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The #1 Trademark Registration Requirement for Online Brands

researching the trademark registration requirements

Curious about trademark registration requirements in the US? Today we’re talking about the number one most important thing that you need in order to file for federal trademark protection in the US.

I’m going to cut to the chase, the number one most important thing that you need in order to successfully register your trademark is use of the trademark in interstate commerce.

Whaaaat? What does that mean, exactly? Well, it means that you have to be able to show that you use your trademark across state lines. That can be a little bit harder for hyper-local businesses, or businesses that don’t do any business online. But if I know you, you absolutely do business online. In fact, you might only do business online.

So how does this trademark registration requirement play out? How do you show that you’re using a trademark across state lines? Well, when you file a trademark application, you have to submit what’s called a “specimen.” (Unless you haven’t started using your trademark yet, and then that’s a whole other can of beans.) Your specimen will show exactly how you’re using your brand. It will likely be a screenshot of your website and the services that you offer under your website. It also could be a screenshot of your podcast on Apple, or a screenshot of your video show on YouTube. If you promote others’ products and services on social media as an influencer, you can submit screenshots of your account where you promote those goods and services and your trademark might be your Instagram handle.

Bottom line, though, is that the best way to show that you’re using a trademark across state lines is to offer services across state lines by using the internet. And, if you have an internet-based business, you’re probably already doing that. Which mean you have this trademark registration requirement in the bag!

The Trademark Registration Process in 5 Steps

reading about the trademark registration process

Jump in with me today where we are talking about the trademark registration process in five steps.

Step 1: The Search.

You must do a trademark clearance search. For me, the trademark registration process begins with a search 98% of the time. Every once in a blue moon, a client really really really does not want me to. And even then, I will coach a client through the reasons why to do a trademark search. And here’s why!

A good trademark search will show:

  • The likelihood that you will succeed with registering your trademark;
  • Whether you can protect your trademark; and
  • Whether you can use your trademark.

Remember that in the US there’s something called “common law” trademark rights. And that means that you don’t have to register your trademark in order to have some rights. So a good search will look — yes, on the Trademark Office website — but also everywhere, to make sure, okay, is there any risk if I continue to use this trademark? Does someone else have more solid rights in this trademark than I do?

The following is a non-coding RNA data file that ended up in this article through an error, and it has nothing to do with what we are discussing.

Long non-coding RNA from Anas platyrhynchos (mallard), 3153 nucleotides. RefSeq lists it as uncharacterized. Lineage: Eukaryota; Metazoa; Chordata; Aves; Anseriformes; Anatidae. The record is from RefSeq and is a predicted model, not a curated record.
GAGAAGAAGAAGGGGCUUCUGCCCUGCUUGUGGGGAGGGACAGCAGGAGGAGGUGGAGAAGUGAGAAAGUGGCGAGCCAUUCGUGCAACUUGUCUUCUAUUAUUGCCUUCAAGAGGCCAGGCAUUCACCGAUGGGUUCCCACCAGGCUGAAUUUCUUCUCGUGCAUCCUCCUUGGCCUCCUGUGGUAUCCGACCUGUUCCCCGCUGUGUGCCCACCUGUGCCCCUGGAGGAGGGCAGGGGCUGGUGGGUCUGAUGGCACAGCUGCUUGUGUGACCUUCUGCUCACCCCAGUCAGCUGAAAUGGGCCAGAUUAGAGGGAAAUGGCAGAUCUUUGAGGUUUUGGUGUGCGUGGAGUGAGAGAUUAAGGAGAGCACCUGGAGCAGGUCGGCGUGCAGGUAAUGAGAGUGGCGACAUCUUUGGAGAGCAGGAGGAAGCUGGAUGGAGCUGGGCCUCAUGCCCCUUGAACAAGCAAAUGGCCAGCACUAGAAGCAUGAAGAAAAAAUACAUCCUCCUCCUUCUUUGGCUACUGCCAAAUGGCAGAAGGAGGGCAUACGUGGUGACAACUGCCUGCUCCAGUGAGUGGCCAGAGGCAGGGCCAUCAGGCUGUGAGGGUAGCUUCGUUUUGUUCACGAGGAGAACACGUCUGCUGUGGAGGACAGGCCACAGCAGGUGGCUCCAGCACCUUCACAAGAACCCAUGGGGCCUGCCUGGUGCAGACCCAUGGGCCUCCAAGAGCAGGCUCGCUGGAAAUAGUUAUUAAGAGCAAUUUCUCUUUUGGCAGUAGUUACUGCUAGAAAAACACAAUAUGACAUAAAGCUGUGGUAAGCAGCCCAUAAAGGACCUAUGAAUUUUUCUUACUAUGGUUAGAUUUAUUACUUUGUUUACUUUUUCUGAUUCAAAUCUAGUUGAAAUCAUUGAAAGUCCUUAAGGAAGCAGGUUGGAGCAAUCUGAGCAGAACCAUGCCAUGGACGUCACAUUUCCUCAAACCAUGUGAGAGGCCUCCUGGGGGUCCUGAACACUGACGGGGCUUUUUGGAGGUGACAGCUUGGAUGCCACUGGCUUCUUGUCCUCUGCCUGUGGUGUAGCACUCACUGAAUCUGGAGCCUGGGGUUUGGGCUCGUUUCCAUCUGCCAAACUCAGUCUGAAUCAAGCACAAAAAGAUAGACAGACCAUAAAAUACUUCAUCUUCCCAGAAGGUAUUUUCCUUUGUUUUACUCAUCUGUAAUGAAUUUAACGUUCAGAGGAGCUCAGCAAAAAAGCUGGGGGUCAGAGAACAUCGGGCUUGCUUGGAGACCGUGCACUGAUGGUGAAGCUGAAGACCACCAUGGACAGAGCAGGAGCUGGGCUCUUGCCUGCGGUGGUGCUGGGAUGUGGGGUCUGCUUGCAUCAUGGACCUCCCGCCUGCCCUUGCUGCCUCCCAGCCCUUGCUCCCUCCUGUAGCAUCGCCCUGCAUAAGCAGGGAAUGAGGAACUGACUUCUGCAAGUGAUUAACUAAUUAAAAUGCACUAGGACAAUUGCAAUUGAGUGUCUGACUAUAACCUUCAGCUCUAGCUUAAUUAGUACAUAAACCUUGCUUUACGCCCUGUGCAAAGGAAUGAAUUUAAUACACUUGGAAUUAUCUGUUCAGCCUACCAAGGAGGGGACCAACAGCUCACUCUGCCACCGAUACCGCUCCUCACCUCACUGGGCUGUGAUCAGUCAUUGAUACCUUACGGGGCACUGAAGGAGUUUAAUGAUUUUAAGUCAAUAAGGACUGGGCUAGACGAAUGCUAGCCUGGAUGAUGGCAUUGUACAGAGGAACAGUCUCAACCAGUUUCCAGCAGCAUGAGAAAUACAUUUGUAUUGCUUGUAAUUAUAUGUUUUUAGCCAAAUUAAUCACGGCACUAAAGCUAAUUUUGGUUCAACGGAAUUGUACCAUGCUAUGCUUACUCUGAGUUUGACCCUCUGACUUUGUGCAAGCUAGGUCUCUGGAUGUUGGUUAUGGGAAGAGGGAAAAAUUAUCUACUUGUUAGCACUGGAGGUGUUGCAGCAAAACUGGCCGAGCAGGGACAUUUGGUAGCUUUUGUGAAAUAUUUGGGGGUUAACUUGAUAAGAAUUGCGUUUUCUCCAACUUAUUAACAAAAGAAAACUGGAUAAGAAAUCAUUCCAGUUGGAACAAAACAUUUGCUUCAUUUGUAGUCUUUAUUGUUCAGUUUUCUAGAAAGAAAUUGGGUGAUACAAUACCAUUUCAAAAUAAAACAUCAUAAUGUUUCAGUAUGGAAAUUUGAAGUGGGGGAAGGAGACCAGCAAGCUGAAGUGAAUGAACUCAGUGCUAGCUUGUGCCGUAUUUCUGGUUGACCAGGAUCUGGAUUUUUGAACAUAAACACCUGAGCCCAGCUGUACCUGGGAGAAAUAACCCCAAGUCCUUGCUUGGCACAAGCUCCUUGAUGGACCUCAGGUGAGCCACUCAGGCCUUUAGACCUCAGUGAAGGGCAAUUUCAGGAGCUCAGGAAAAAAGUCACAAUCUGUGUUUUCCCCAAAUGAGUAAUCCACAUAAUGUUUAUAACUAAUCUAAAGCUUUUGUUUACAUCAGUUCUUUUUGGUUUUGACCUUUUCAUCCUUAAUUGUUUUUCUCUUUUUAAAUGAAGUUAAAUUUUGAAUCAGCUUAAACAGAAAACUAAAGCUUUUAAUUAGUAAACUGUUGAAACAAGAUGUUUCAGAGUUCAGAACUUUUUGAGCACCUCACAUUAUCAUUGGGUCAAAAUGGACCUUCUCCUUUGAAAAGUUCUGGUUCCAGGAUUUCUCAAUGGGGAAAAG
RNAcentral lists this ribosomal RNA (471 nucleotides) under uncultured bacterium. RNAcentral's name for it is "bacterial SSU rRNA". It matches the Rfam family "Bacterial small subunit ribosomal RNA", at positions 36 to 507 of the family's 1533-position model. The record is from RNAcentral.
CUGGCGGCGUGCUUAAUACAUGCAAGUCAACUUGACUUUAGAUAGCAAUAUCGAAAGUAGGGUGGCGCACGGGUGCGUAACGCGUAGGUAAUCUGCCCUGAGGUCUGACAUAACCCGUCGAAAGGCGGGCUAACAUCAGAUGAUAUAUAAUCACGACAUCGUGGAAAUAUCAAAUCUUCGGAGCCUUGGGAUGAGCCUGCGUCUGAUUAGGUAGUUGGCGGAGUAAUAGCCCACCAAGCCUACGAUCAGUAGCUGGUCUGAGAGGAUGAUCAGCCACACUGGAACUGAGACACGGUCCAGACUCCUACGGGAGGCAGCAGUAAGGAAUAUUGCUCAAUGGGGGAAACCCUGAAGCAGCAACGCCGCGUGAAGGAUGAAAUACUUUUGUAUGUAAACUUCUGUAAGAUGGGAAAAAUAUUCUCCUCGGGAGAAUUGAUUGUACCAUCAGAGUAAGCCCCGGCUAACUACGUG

Step 2: The Prep.

If the clearance search comes back a-Okay, then the next step of the trademark registration process is gathering materials. We need proof that you are using the trademark in connection with your services. (Like, say, podcasting services.) We need information about the owner: name, address, blah, blah, blah. And we take all of that information along with a good specific list of the services or products that you offer, and put it into the application.

Step 3: The Filing.

Of course, the trademark registration process all depends on actually filing an application! So step 3 is, we file.

Step 4: The Wait.

Step four: we wait… and wait… and wait.

Why? Because nobody at the Trademark Office is going to look at that application for at least three, three-and-a-half months, depending on how backed up the Trademark Office is.

Step 5: The Publication Period.

During the trademark registration process, there is a 30-day period called the “publication period.” In that 30-day period, anyone that feels that they would be damaged by the successful registration of your trademark can file what’s called an “opposition proceeding.” It’s like a little mini lawsuit that takes place completely within the Trademark Office, online. But that 30-day window exists so opponents can either file one, or file an extension so they assess whether they actually want to oppose. So long as no oppositions are filed, the trademark moves on to successful registration!

Recap of the 5 Steps in the Trademark Registration Process

So 1) search, 2) gather materials, 3) apply, 4) wait, 5) publication period. And then you are good to go. It’s super rare that a trademark wouldn’t proceed to registration after that.

Now, there are a few little things that might change up those five steps. If you’re not yet using the trademark, or if the application is rejected, those can cause a little bumps in the road.

But I hope that this explanation helps you understand the trademark registration process in the US, and I’ll see you next time.